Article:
On the Hursts and Heights from Haslemere to Henley

Walk Event icon - Jewel Created with Sketch.
Lowland and Hill Walks
Jun 30

22 people attending

8 places left

Your price
Event difficulty background shape EventDifficulty
Easy Moderate Very Hard
Distance: 23 km/14 miles; total climb: 695m; relief: a number of significant but gradual ascents and descents; surfaces: sand, gravel, dirt, tarmac, grass.

'Hurst' is a Saxon word for a wooded hill, as in, for example, the pretty stone and tile-hung village of Fernhurst. 'Height' is obvious, as in Marley Heights (212m), or indeed the old favourite of Blackdown itself (280m), the views from its summit the best in the Weald. Haslemere is well-known, yet Henley (a hidden hamlet with its inn perched on a wooded hillside) deserves to be well-known, but fortunately isn't.

These delights should only be accessible to the mildly adventurous, which is what we'll need to be to climb a total of 700 metres over just 23 kilometres (14 miles). However, the ascents will be gradual, the timing generous, the ground dry, the woods shady and the 'Lads who come proud of their achievement. (For a yardstick, if you did my Devil's Jumps and Devil's Punch Bowl walk in May 2017, that required only 50m less climbing on similar terrain but was 3 km longer.)

Points of interest along the route:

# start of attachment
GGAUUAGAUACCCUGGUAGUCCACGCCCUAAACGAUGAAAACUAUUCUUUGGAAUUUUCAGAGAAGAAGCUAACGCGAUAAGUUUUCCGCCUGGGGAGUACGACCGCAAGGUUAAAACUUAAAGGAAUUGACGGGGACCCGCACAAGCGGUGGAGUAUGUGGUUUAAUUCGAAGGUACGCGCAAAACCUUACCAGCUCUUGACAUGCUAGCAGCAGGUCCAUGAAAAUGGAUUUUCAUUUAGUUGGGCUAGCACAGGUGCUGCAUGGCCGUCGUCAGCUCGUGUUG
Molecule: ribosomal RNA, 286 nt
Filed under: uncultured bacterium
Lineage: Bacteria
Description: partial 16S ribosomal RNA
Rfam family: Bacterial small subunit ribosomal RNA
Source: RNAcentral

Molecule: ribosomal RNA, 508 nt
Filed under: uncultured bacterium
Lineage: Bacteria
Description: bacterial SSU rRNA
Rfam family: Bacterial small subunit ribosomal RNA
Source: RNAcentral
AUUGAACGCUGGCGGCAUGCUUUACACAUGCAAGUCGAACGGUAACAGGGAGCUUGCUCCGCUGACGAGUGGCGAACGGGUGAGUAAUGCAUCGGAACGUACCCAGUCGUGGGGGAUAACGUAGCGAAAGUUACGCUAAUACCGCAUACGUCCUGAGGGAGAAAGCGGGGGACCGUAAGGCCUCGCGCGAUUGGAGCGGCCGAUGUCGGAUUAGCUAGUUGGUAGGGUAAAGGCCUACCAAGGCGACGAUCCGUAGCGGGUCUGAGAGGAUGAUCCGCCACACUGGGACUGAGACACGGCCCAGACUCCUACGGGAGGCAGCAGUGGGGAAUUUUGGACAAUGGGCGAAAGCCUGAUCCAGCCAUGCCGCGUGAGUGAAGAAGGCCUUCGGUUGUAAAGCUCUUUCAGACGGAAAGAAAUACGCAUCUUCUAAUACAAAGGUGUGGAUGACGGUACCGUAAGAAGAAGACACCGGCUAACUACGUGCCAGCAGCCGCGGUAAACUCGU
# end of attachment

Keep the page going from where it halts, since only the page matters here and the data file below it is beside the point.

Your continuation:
BlackdownA rugged greensand plateau, 280m high, cared for by the National Trust and named after the dark pine trees on its summit. Its human history is interesting: Middle-Stone Age (6000BC) people lived there; smugglers hid their contraband in caves there; London was alerted to the coming of the Spanish Armada by a beacon there; and in 1967 Iberian Airlines Flight 062, its altimeter faulty, crashed there. 

Henley: A straggle of picturesque cottages and farms on the edge of Verdley Hill. There are superb views back to Blackdown from the terraced garden of the 16th century Duke of Cumberland Arms pub which we'll visit.

Marley Common: Heaths, woodlands (broadleaf and conifer), ponds and meadows in the care of the National Trust. It was used as an army training ground during the Second World War but when cattle grazing ceased in the 1960s, the common became overgrown with scrub. The scrub is being cleared by hand and by belted Galloway cattle. Particularly impressive is a clump of giant Sequoia (redwood trees) on the heath. 



51.0888142, -0.7182652